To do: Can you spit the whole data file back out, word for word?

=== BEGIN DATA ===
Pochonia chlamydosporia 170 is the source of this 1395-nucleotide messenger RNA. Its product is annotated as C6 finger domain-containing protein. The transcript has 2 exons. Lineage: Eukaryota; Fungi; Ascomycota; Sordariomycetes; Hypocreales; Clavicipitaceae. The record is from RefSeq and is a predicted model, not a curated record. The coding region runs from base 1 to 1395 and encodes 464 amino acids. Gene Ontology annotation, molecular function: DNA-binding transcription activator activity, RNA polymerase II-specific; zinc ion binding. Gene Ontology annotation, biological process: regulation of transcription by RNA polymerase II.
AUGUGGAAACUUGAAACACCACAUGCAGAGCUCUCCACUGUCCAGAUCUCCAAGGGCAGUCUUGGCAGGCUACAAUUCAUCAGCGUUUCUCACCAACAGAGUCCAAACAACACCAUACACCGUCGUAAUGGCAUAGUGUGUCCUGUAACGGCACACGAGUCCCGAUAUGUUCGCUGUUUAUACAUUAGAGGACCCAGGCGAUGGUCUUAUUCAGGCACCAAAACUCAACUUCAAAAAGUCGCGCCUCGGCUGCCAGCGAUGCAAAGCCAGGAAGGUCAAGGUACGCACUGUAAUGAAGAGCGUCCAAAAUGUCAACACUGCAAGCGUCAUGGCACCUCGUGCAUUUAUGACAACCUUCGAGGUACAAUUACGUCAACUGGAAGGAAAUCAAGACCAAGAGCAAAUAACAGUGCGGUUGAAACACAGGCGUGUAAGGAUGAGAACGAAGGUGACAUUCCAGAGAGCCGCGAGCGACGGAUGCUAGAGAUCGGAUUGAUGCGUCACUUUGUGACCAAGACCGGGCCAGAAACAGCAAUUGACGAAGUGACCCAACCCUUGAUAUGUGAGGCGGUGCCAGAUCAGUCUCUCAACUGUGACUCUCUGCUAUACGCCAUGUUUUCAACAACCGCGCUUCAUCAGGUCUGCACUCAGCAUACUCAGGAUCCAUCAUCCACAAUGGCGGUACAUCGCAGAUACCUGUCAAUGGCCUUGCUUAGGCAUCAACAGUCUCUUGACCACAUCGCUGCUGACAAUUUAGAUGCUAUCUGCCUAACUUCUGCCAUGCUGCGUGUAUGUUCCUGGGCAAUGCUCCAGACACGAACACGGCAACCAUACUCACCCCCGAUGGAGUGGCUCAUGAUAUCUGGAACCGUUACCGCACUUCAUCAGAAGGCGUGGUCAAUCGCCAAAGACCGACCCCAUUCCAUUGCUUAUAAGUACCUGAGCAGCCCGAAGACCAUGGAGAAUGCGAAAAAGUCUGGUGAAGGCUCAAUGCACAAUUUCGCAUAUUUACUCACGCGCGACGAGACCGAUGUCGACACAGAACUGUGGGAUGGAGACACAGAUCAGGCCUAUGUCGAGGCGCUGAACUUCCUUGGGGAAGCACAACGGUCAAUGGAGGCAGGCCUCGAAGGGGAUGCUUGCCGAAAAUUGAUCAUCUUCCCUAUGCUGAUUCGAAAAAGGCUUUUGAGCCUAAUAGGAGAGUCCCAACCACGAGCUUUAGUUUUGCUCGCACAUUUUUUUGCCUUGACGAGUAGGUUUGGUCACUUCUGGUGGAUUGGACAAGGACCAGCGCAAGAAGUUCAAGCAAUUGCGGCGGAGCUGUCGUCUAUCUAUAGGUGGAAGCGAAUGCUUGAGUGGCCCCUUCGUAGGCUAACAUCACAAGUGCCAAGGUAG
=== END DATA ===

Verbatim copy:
Pochonia chlamydosporia 170 is the source of this 1395-nucleotide messenger RNA. Its product is annotated as C6 finger domain-containing protein. The transcript has 2 exons. Lineage: Eukaryota; Fungi; Ascomycota; Sordariomycetes; Hypocreales; Clavicipitaceae. The record is from RefSeq and is a predicted model, not a curated record. The coding region runs from base 1 to 1395 and encodes 464 amino acids. Gene Ontology annotation, molecular function: DNA-binding transcription activator activity, RNA polymerase II-specific; zinc ion binding. Gene Ontology annotation, biological process: regulation of transcription by RNA polymerase II.
AUGUGGAAACUUGAAACACCACAUGCAGAGCUCUCCACUGUCCAGAUCUCCAAGGGCAGUCUUGGCAGGCUACAAUUCAUCAGCGUUUCUCACCAACAGAGUCCAAACAACACCAUACACCGUCGUAAUGGCAUAGUGUGUCCUGUAACGGCACACGAGUCCCGAUAUGUUCGCUGUUUAUACAUUAGAGGACCCAGGCGAUGGUCUUAUUCAGGCACCAAAACUCAACUUCAAAAAGUCGCGCCUCGGCUGCCAGCGAUGCAAAGCCAGGAAGGUCAAGGUACGCACUGUAAUGAAGAGCGUCCAAAAUGUCAACACUGCAAGCGUCAUGGCACCUCGUGCAUUUAUGACAACCUUCGAGGUACAAUUACGUCAACUGGAAGGAAAUCAAGACCAAGAGCAAAUAACAGUGCGGUUGAAACACAGGCGUGUAAGGAUGAGAACGAAGGUGACAUUCCAGAGAGCCGCGAGCGACGGAUGCUAGAGAUCGGAUUGAUGCGUCACUUUGUGACCAAGACCGGGCCAGAAACAGCAAUUGACGAAGUGACCCAACCCUUGAUAUGUGAGGCGGUGCCAGAUCAGUCUCUCAACUGUGACUCUCUGCUAUACGCCAUGUUUUCAACAACCGCGCUUCAUCAGGUCUGCACUCAGCAUACUCAGGAUCCAUCAUCCACAAUGGCGGUACAUCGCAGAUACCUGUCAAUGGCCUUGCUUAGGCAUCAACAGUCUCUUGACCACAUCGCUGCUGACAAUUUAGAUGCUAUCUGCCUAACUUCUGCCAUGCUGCGUGUAUGUUCCUGGGCAAUGCUCCAGACACGAACACGGCAACCAUACUCACCCCCGAUGGAGUGGCUCAUGAUAUCUGGAACCGUUACCGCACUUCAUCAGAAGGCGUGGUCAAUCGCCAAAGACCGACCCCAUUCCAUUGCUUAUAAGUACCUGAGCAGCCCGAAGACCAUGGAGAAUGCGAAAAAGUCUGGUGAAGGCUCAAUGCACAAUUUCGCAUAUUUACUCACGCGCGACGAGACCGAUGUCGACACAGAACUGUGGGAUGGAGACACAGAUCAGGCCUAUGUCGAGGCGCUGAACUUCCUUGGGGAAGCACAACGGUCAAUGGAGGCAGGCCUCGAAGGGGAUGCUUGCCGAAAAUUGAUCAUCUUCCCUAUGCUGAUUCGAAAAAGGCUUUUGAGCCUAAUAGGAGAGUCCCAACCACGAGCUUUAGUUUUGCUCGCACAUUUUUUUGCCUUGACGAGUAGGUUUGGUCACUUCUGGUGGAUUGGACAAGGACCAGCGCAAGAAGUUCAAGCAAUUGCGGCGGAGCUGUCGUCUAUCUAUAGGUGGAAGCGAAUGCUUGAGUGGCCCCUUCGUAGGCUAACAUCACAAGUGCCAAGGUAG